He said in a world in which everything seems chaotic and precarious, some parents fear “that children will not be able to find their way amid the complexity and confusion of our societies.” This fear, he added, makes some parents anxious and others overprotective.
“At times, it even ends up thwarting the desire to bring new lives into the world.”
But reflecting on the relationship between Elijah and Elisha in which God shows us that he has confidence in the new generation, Pope Francis said: “How important it is for parents to reflect on God’s way of acting!”
“God loves young people, but that does not mean that He preserves them from all risk, from every challenge and from all suffering.”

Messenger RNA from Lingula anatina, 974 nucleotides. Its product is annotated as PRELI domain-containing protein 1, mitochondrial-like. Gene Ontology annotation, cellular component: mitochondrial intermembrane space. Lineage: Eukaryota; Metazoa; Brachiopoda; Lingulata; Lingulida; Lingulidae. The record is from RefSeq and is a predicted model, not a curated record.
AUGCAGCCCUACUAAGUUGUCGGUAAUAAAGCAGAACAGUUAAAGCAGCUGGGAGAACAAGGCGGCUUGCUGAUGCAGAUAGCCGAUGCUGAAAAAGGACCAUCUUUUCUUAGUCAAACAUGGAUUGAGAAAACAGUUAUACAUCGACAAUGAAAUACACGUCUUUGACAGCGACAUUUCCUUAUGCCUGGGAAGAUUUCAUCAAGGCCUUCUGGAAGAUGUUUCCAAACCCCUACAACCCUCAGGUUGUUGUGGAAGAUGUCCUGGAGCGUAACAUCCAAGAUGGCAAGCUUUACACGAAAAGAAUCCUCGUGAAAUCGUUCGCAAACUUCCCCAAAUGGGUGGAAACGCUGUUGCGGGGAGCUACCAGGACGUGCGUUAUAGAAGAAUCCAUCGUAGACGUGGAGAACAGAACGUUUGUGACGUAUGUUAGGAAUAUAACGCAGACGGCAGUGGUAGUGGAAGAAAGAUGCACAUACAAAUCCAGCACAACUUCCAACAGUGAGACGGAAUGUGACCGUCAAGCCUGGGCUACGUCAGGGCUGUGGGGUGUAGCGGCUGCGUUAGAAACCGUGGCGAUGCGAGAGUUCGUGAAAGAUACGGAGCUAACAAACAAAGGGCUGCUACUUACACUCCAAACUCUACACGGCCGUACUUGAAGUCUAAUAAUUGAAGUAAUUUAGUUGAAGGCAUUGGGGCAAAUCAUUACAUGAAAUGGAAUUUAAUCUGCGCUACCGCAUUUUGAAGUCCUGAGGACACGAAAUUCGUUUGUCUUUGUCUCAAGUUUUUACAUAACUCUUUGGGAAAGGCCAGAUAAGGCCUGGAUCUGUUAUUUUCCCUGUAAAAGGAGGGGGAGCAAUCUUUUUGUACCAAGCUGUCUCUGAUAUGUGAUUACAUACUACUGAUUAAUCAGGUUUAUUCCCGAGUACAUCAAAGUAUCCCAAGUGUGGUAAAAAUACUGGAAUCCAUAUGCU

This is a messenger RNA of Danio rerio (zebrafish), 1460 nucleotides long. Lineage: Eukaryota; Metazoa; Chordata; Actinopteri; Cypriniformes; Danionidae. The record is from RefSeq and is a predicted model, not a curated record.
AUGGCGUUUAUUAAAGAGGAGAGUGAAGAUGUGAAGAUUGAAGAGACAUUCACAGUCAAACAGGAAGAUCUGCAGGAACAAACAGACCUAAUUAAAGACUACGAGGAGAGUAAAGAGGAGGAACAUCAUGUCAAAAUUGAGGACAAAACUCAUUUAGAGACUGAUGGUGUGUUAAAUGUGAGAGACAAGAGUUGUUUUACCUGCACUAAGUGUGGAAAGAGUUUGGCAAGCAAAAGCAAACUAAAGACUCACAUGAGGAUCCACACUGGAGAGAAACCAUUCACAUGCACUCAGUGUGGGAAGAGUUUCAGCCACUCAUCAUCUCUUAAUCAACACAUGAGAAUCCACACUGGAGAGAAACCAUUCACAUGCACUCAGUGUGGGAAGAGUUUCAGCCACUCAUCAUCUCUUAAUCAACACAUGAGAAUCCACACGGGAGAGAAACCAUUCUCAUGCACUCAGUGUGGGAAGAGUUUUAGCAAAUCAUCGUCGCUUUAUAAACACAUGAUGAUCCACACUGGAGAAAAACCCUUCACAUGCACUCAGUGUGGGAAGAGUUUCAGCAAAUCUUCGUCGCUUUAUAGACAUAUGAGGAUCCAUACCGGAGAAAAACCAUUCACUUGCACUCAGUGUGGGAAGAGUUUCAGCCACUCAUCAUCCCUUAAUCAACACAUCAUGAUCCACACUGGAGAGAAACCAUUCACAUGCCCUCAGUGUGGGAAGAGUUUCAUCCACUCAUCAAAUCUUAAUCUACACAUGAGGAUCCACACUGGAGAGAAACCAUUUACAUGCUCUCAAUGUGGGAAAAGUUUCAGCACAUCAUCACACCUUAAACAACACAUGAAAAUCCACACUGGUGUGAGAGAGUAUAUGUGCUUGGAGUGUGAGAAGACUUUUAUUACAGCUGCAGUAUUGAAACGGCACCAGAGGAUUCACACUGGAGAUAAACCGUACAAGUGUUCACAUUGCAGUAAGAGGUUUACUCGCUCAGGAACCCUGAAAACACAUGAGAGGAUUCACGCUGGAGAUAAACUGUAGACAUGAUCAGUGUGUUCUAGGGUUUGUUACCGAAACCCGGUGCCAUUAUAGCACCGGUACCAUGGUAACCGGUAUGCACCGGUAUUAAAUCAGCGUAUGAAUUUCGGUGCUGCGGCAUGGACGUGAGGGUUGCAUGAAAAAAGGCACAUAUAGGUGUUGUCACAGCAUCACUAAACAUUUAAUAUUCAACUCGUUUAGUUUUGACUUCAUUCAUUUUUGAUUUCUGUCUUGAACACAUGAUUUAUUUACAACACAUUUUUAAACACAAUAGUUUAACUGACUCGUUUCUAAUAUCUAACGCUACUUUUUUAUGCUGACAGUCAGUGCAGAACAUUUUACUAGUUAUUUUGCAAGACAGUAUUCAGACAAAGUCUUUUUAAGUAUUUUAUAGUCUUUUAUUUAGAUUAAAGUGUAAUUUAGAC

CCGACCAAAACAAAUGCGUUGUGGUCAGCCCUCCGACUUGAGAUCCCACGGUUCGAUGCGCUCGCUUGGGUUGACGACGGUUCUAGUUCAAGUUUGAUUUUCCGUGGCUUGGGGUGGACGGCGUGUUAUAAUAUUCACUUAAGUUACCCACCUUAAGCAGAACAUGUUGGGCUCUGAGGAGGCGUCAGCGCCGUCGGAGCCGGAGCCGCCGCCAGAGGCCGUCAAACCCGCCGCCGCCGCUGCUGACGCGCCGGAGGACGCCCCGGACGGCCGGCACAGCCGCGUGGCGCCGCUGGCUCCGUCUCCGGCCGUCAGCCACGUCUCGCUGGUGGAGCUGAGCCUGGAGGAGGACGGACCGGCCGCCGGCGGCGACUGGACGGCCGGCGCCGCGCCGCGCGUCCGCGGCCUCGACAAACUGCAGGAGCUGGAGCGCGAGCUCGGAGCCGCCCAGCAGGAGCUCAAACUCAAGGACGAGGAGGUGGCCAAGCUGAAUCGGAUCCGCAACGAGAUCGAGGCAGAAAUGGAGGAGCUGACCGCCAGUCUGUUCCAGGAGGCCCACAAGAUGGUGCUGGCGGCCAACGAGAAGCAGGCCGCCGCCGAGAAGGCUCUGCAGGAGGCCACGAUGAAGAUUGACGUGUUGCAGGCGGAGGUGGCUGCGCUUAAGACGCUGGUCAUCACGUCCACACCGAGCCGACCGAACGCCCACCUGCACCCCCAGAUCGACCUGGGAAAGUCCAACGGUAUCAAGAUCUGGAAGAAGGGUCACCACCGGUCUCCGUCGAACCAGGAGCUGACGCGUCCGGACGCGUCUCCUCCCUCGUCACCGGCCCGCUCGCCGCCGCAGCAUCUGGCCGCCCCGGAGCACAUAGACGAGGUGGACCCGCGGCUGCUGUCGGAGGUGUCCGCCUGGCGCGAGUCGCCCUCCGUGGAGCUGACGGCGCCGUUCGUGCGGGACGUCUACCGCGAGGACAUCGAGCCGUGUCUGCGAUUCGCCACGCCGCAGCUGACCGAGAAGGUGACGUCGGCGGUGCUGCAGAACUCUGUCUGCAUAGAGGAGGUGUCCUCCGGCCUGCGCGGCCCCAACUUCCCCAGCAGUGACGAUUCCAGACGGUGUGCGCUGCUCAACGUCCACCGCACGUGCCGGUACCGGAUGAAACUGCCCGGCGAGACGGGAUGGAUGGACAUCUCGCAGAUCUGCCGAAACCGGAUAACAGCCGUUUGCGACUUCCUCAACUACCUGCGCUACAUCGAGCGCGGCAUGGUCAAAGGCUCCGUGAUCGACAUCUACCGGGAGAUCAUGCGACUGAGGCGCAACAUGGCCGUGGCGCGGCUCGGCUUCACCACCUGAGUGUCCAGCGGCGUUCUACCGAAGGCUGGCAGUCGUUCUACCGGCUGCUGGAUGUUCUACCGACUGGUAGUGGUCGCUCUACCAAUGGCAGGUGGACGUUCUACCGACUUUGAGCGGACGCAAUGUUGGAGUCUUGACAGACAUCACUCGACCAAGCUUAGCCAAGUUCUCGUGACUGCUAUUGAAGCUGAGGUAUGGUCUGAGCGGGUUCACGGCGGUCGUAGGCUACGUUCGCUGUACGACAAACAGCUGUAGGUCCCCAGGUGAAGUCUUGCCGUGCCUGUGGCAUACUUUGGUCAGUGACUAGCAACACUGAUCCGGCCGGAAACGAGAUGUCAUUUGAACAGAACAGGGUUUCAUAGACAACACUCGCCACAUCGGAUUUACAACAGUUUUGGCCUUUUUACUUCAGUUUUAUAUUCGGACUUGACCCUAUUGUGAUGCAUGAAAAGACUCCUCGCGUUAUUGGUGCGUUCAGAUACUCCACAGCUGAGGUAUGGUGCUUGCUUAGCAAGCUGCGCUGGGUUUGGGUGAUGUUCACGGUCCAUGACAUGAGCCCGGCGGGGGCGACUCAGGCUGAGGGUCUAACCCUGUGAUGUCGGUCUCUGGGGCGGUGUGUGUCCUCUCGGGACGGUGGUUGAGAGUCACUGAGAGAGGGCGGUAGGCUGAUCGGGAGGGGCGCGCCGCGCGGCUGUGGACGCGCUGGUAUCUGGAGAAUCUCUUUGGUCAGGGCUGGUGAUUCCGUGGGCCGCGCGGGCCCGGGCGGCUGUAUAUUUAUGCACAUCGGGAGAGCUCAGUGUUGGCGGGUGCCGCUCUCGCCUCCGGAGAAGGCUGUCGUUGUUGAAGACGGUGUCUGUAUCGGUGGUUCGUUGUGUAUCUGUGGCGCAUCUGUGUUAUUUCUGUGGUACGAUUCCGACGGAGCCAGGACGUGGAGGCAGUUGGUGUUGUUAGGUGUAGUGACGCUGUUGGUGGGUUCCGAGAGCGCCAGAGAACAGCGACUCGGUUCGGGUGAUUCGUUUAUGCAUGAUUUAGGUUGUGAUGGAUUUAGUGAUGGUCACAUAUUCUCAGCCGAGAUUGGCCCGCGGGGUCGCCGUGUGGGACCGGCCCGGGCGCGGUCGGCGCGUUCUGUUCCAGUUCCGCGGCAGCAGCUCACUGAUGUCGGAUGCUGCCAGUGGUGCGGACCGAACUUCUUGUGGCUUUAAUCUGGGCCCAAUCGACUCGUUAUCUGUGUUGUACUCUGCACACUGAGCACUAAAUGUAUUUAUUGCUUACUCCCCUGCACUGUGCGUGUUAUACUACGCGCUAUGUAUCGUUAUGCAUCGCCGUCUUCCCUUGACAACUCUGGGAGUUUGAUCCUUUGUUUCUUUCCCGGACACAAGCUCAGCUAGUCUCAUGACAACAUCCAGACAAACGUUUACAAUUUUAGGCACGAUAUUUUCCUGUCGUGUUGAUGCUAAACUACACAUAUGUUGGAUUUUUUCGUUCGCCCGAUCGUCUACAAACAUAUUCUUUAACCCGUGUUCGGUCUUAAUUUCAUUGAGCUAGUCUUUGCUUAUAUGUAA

“God is not anxious and overprotective; on the contrary, He trusts young people and He calls each of them to scale the heights of life and of mission,” he said.
And he encouraged parents not to shield their children “from the slightest hardship and suffering, but to try to communicate to them a passion for life, to arouse in them the desire to discover their vocation and embrace the great mission that God has in mind for them.”
"Dear parents," he said, "if you help your children to discover and to accept their vocation, you will see that they too will be 'gripped' by this mission; and they will find the strength they need to confront and overcome the difficulties of life."
A never-ending journey
Finally, the Gospel of Luke tells us that “To follow Jesus means to set out on a never-ending “trip” with him through the events of life.